Magnetic Resonance in Medicine 10/2014; 72(4). DOI:10.1002/mrm.25017 · 3.40 Impact Factor
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    ABSTRACT: Cardiovascular magnetization transfer ratio (MTR) imaging by steady state free precession is a promising imaging method to assess microstructural changes within the myocardium. Hence, MTR imaging was correlated to histological analysis. Three postmortem cases were selected based on a suspicion of myocardial infarction. MTR and T2 -weighted (T2w ) imaging was performed, followed by autopsy and histological analysis. All tissue abnormalities, identified by autopsy or histology, were retrospectively selected on visually matched MTR and T2w images, and corresponding MTR values compared with normal appearing tissue. Regions of elevated MTR (up to approximately 20%, as compared to normal tissue), appearing hypo-intense in T2w -images, revealed the presence of fibrous tissue in microscopic histological analysis. Macroscopic observation (autopsy) described scar tissue only in one case. Regions of reduced MTR (up to approximately 20%) corresponded either to (i) the presence of edema, appearing hyperintense in T2w -images and confirmed by autopsy, or to (ii) inflammatory granulocyte infiltration at a microscopic level, appearing as hypo-intense T2w -signal, but not observed by autopsy. Findings from cardiovascular MTR imaging corresponded to histology results. In contrast to T2w -imaging, MTR imaging discriminated between normal myocardium, scar tissue and regions of acute myocardial infarction in all three cases. J. Magn. Reson. Imaging 2013. © 2013 Wiley Periodicals, Inc.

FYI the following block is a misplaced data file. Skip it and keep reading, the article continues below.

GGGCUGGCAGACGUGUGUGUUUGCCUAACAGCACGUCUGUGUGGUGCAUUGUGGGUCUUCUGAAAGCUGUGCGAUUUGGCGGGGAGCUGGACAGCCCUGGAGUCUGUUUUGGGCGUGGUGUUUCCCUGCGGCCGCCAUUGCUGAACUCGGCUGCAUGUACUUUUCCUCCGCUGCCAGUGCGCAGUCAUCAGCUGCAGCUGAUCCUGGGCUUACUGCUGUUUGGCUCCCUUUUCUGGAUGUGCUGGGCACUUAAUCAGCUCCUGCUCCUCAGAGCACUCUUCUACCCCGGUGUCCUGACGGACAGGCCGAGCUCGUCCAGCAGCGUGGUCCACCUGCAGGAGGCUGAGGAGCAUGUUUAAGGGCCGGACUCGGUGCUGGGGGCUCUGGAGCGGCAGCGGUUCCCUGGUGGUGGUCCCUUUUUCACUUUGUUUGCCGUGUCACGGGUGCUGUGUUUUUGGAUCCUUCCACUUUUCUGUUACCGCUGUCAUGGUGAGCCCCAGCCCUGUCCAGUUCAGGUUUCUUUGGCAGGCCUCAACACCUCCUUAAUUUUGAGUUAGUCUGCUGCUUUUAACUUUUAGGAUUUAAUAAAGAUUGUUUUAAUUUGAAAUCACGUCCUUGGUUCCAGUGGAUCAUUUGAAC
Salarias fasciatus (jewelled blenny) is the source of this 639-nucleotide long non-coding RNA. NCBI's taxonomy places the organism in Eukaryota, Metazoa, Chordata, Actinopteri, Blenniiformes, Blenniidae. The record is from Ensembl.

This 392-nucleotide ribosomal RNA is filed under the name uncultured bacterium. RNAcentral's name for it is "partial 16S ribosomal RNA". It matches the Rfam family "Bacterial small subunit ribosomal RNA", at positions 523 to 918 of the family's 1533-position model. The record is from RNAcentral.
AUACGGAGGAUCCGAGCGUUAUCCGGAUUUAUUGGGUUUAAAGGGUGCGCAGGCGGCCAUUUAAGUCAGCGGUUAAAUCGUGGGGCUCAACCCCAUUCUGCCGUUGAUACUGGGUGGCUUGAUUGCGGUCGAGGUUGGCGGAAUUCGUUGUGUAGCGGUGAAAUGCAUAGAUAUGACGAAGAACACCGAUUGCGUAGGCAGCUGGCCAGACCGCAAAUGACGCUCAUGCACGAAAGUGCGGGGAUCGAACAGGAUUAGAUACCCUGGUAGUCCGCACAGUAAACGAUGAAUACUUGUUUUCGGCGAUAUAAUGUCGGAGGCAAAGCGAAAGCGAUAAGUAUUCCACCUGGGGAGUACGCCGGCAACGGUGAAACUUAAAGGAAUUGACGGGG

Journal of Magnetic Resonance Imaging 10/2014; 40(4). DOI:10.1002/jmri.24460 · 2.79 Impact Factor
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    ABSTRACT: For imaging of fibrous musculoskeletal components, ultra-short echo time methods are often combined with fat suppression. Due to the increased chemical shift, spectral excitation of water might become a favorable option at ultra-high fields. Thus, this study aims to compare and explore short binomial excitation schemes for spectrally selective imaging of fibrous tissue components with short transverse relaxation time (T2 ). Water selective 1-1-binomial excitation is compared with nonselective imaging using a sub-millisecond spoiled gradient echo technique for in vivo imaging of fibrous tissue at 3T and 7T. Simulations indicate a maximum signal loss from binomial excitation of approximately 30% in the limit of very short T2 (0.1 ms), as compared to nonselective imaging; decreasing rapidly with increasing field strength and increasing T2 , e.g., to 19% at 3T and 10% at 7T for T2 of 1 ms. In agreement with simulations, a binomial phase close to 90° yielded minimum signal loss: approximately 6% at 3T and close to 0% at 7T for menisci, and for ligaments 9% and 13%, respectively. Overall, for imaging of short-lived T2 components, short 1-1 binomial excitation schemes prove to offer marginal signal loss especially at ultra-high fields with overall improved scanning efficiency. Magn Reson Med, 2013. © 2013 Wiley Periodicals, Inc.
    Magnetic Resonance in Medicine 09/2014; 72(3). DOI:10.1002/mrm.24978 · 3.40 Impact Factor